Gallery: HTC Vive Cosmos (hands-on) | 29 Photos
It’s worth noting that the Vive Cosmos is not a standalone headset; it still needs to be tethered to a PC. “I think there’s a place for both PC and standalone experiences,” said Dan O’Brien, president of HTC Vive in North America. “Mobile has made great strides over the years, but for right now, the problems that we can solve and the experiences we can deliver are just so much more powerful on the PC. The PC will always be up there.” HTC does offer a Vive Wireless Adapter, which lets you untether from the PC, but it costs around $300 each.
Gallery: HTC Vive Cosmos (press shots)
In a demo at HTC’s San Francisco office, I tried out the original Vive and the new Vive Cosmos, one after another, and it was stunning just how different the two headsets are. The overall ergonomics on the Cosmos are vastly improved. Putting it on is way easier, for example. While the original had different head-straps, the new headset uses a simpler halo-style system similar to the one on the Pro and PS VR, with an adjustable hard plastic backing and a single velcro strap on the top. An HTC employee slipped it on my head like a backward baseball cap, and with just a couple tweaks, I was ready to go. Comparatively, the Cosmos also feels a lot lighter.
What I really appreciate is that the Cosmos’ goggles were configured to better fit a wider range of face shapes. For example, even though HTC said you could wear glasses with the original Vive, I always thought it was uncomfortable to do so — mine would press against my eyes. With the new Cosmos, this was no problem at all; there was much more room. As with a lot of other headsets, there’s also an IPD dial — the one on the Cosmos is located on the right side — which lets you adjust the distance between the lenses. And thanks to the overall padding, it felt snug but not tight. I felt like I could definitely wear it for hours on end.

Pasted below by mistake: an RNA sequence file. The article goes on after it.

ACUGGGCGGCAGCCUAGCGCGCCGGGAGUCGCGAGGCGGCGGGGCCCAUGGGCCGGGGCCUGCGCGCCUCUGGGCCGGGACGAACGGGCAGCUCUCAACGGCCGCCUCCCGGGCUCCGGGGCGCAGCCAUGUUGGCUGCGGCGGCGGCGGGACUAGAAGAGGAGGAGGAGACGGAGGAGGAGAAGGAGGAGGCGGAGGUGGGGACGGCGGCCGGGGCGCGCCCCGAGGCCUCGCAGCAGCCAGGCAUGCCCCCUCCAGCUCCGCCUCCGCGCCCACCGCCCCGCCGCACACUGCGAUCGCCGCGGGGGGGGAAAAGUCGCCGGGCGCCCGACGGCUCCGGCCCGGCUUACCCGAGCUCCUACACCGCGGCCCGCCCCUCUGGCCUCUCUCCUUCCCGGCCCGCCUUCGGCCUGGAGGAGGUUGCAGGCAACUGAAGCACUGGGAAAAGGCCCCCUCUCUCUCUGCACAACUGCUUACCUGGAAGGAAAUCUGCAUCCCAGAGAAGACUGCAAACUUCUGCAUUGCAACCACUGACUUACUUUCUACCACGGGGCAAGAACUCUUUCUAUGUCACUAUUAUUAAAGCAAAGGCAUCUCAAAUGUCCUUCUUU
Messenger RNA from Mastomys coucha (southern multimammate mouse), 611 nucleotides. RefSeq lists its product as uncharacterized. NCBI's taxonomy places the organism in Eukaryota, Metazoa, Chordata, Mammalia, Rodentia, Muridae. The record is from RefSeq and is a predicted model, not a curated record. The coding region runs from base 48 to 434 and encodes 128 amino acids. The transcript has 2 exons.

Another big difference is that the eye area of the Cosmos actually flips up, so you can get back to “real” reality much quicker. While this sounds good in theory, I didn’t like it in practice. When you flip the goggles up, the whole headset feels off-balance and front-heavy, as if it was about to slip off. The HTC representative said this was likely due to the slickness of my hair; the rear did not have as much grip on my head. I hardly think people with straight, long hair is a rarity, however, so I found this answer to be less than satisfactory.
If you want to see what’s going on around you but you don’t want to flip up the headset, there is an alternative. The Vive Cosmos has an integrated passthrough camera that lets you see what’s around you without touching the headset. To enable it, either step outside of the digital boundaries (basically, step outside the virtual gridded wall) or double-tap the Vive button on the controller. The result is a terribly blurry view of your surroundings — in my case, a living room in HTC’s San Francisco office.
It was so blurry that I could barely make out people’s faces. O’Brien admits that it’s not very good at the moment. “It’s quite primitive, now, yes,” he said. The reason that it’s so bad, however, is that Cosmos uses the same cameras for tracking and passthrough functions, and HTC decided to prioritize low latency over resolution to ensure responsive tracking. “But we intend to improve that over time,” he added. That said, it was at least a quick way to jump in and out of VR if you needed to in a pinch.